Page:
The Value of Visualizing Information

Here’s a question: if you can’t illustrate an idea visually…is it really a clear idea?

I’ve been thinking lately that it might not be…that the ability to visualize is what makes an idea reality in a sense. I’ve heard many stories of how Einstein could visualize his theories (balloons and rubber tables, etc). There was also that amazing 60 Minutes segment on Daniel Tammet, the guy who saw every number as its own picture…he could memorize amazing amounts of things by simply seeing them as differentiated images in his mind.

Tufte's Skiers

Maybe its because I finally saw Edward Tufte this past summer, whose work is quite misunderstood by a lot of folks. They say…what is he really adding to the design field? But to see his work is to understand that humans are visually conceptual beings, once we see something in a form that makes sense we’ve learned it, and can apply it as necessary. If you’ve never seen Tufte’s passion talking about Galileo’s notebooks then you must try to at some point. Tufte is an academic, to be sure, and his demeanor exposes the academic haughtiness for which he is often maligned. But to hear him talk about Galileo is to hear him as a student, in awe of a master.

Or maybe it’s because of all the social graph talk going on. What is a social graph? Well, show me why don’t you. The image I used the other day wasn’t very strong, a commenter immediately pointed out that I didn’t have bi-directional lines between the people. Besides meaning that I should have spent more than 5 minutes on the illustration, it’s actually a good sign that they pointed out I was wrong…it means that they’re on board with the visual, when they can find something wrong with it. In other words, they completely get the concept and get it so well that they recognize what’s wrong with it.

Here’s a question: if you can’t illustrate an idea visually…is it really a clear idea?

I’ve been thinking lately that it might not be…that the ability to visualize is what makes an idea reality in a sense. I’ve heard many stories of how Einstein could visualize his theories (balloons and rubber tables, etc). There was also that amazing 60 Minutes segment on Daniel Tammet, the guy who saw every number as its own picture…he could memorize amazing amounts of things by simply seeing them as differentiated images in his mind.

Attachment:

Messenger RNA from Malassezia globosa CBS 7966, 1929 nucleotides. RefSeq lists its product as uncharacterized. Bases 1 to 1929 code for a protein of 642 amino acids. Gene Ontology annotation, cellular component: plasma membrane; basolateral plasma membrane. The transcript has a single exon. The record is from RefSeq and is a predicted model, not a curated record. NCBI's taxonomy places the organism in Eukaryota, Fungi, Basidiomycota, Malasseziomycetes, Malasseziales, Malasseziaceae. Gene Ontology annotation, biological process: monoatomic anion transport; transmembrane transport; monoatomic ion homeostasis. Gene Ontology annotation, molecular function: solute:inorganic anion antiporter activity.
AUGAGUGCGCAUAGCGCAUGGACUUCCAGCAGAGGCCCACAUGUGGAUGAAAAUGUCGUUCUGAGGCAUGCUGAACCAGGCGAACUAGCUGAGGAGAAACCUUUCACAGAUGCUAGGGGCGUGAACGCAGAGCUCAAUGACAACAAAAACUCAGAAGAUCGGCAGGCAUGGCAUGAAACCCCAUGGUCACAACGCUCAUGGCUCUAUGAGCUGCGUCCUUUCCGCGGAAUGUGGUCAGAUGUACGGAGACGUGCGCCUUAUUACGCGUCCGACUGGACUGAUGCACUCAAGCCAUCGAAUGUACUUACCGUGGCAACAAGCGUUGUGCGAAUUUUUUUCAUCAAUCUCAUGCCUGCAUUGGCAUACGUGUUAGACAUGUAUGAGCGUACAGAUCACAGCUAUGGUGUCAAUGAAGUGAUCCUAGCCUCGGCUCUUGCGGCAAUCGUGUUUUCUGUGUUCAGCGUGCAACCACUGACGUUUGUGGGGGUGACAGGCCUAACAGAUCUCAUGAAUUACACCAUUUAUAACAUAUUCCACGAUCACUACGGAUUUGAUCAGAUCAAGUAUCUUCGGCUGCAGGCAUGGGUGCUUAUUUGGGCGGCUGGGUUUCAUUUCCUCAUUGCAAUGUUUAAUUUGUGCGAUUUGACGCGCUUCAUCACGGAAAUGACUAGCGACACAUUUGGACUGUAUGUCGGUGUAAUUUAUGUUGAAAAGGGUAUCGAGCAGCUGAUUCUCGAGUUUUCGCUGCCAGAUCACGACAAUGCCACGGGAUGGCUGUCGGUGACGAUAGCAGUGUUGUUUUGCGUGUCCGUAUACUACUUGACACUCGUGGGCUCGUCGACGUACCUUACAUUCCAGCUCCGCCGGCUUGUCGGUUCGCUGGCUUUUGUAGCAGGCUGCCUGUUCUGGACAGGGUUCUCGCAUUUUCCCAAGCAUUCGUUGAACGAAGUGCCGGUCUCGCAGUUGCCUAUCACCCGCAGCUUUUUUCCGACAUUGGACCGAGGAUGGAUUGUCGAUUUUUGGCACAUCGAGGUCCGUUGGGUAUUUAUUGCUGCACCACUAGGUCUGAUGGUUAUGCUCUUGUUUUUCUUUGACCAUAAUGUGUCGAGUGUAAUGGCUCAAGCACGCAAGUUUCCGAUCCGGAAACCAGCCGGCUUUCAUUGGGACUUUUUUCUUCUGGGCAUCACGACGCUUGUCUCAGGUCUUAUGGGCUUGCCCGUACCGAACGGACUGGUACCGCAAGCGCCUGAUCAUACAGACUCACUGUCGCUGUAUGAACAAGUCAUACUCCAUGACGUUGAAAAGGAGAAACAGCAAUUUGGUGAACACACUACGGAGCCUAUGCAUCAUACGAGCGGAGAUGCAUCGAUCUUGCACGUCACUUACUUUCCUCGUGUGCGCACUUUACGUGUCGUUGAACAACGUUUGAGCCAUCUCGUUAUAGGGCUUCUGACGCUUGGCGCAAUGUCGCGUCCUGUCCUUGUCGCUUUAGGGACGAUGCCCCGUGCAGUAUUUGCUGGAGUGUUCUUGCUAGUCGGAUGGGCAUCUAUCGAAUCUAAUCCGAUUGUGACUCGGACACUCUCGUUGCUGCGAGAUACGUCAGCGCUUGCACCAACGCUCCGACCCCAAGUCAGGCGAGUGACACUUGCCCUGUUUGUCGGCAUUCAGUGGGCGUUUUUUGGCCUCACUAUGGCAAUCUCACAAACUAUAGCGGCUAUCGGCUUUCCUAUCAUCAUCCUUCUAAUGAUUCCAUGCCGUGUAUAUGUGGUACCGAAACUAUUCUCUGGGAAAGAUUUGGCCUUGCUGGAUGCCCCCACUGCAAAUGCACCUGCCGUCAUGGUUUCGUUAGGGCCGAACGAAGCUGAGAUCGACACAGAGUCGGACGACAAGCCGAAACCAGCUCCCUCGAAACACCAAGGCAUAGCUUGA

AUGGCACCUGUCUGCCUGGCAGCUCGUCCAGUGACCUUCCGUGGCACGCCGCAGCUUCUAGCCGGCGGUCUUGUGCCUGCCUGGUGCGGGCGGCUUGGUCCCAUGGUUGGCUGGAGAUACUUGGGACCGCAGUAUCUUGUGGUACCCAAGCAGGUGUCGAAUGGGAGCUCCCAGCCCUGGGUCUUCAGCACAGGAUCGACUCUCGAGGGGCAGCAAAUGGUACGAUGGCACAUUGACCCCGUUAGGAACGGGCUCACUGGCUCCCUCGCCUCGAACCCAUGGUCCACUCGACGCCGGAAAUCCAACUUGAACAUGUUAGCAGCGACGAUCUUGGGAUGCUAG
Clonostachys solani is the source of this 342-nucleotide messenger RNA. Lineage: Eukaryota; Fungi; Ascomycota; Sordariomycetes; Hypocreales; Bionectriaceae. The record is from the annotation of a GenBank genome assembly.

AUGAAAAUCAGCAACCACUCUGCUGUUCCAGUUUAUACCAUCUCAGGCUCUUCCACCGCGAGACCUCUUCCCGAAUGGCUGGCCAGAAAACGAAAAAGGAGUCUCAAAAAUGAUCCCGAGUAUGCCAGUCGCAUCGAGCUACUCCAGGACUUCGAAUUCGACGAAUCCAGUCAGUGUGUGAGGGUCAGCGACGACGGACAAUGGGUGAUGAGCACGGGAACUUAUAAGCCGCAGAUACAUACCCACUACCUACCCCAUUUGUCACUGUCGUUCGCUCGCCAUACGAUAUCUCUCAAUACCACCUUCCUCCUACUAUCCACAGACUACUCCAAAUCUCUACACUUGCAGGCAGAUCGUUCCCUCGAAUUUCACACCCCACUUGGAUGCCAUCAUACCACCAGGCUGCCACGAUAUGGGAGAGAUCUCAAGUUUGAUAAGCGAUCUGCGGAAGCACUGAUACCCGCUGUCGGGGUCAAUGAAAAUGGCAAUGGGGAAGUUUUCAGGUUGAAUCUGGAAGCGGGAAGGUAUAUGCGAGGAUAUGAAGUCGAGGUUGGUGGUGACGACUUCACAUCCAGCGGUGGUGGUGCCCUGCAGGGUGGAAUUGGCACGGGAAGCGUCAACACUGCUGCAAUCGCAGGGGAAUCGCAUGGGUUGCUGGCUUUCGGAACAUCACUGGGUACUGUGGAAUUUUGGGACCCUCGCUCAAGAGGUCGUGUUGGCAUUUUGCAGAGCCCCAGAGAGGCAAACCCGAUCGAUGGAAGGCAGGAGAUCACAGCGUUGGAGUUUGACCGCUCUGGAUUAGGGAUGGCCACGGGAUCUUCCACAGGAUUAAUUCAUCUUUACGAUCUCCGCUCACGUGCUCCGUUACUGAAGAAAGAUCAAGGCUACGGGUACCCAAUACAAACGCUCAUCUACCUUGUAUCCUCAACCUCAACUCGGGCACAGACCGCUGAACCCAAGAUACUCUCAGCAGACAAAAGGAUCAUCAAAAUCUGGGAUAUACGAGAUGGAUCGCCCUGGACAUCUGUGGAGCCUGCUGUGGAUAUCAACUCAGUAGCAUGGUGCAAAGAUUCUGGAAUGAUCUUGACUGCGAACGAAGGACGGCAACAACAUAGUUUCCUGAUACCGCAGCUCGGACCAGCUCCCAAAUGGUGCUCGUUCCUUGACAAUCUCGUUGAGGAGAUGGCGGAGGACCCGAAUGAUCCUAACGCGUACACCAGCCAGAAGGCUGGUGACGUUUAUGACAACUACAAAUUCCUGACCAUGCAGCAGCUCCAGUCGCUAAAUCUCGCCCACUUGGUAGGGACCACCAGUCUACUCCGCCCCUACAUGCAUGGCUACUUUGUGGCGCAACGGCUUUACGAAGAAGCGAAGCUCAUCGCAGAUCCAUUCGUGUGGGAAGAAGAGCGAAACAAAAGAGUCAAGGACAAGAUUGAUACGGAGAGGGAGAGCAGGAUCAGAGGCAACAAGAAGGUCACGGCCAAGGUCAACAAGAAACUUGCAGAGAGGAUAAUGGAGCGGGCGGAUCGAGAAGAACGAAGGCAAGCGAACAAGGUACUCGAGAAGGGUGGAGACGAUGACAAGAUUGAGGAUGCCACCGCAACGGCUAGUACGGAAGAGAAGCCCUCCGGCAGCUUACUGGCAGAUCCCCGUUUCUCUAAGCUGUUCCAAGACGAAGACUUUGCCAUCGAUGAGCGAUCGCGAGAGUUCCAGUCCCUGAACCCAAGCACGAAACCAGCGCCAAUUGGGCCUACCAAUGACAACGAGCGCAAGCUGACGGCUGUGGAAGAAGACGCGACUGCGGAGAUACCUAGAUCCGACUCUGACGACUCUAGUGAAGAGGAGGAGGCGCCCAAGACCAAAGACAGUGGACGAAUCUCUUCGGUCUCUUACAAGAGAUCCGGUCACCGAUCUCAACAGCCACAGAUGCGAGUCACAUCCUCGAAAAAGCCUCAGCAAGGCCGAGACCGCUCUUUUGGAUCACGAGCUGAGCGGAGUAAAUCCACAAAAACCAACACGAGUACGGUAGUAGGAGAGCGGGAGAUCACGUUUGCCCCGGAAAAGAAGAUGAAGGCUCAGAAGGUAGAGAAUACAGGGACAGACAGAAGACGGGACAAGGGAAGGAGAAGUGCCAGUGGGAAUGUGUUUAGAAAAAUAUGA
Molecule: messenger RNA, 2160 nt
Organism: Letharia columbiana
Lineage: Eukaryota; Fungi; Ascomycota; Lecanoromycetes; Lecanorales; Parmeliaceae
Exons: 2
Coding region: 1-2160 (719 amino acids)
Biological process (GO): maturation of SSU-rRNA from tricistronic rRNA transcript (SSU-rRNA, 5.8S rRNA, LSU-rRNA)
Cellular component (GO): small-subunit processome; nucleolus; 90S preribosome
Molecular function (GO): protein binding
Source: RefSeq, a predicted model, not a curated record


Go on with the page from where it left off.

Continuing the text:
Tufte's Skiers

Maybe its because I finally saw Edward Tufte this past summer, whose work is quite misunderstood by a lot of folks. They say…what is he really adding to the design field? But to see his work is to understand that humans are visually conceptual beings, once we see something in a form that makes sense we’ve learned it, and can apply it as necessary. If you’ve never seen Tufte’s passion talking about Galileo’s notebooks then you must try to at some point. Tufte is an academic, to be sure, and his demeanor exposes the academic haughtiness for which he is often maligned. But to hear him talk about Galileo is to hear him as a student, in awe of a master.

Or maybe it’s because of all the social graph talk going on. What is a social graph? Well, show me why don’t you. The image I used the other day wasn’t very strong, a commenter immediately pointed out that I didn’t have bi-directional lines between the people. Besides meaning that I should have spent more than 5 minutes on the illustration, it’s actually a good sign that they pointed out I was wrong…it means that they’re on board with the visual, when they can find something wrong with it. In other words, they completely get the concept and get it so well that they recognize what’s wrong with it.

Information visualization as a business is also growing. I know of four companies, and I’m sure there are *many* more, that are doing awesome work basically making abstract concepts more clear by creating visualizations of them.

  1. CommonCraft
  2. XPlane
  3. Visual I|o
  4. Stamen Design

Lots of my work lately has been to show people images or sequences that represent ideas. I’m constantly advocating for a “How it works” section on web applications. Is it because the thing is complicated or there are too many steps to understand? No, not usually. Given enough time most folks can figure out anything. But as a rule we just don’t have time. What visuals do is take abstract thoughts (the words we use to describe the app) and make them concrete in a visualization…instantly.

Just like we can’t take a math class without drawing graphs, geometries, and areas under curves, so we can’t fully understand without seeing something visually. If not by an actual illustration by the creator of the idea, then by one we make up in our heads, on the spot.

Published: September 22nd, 2007

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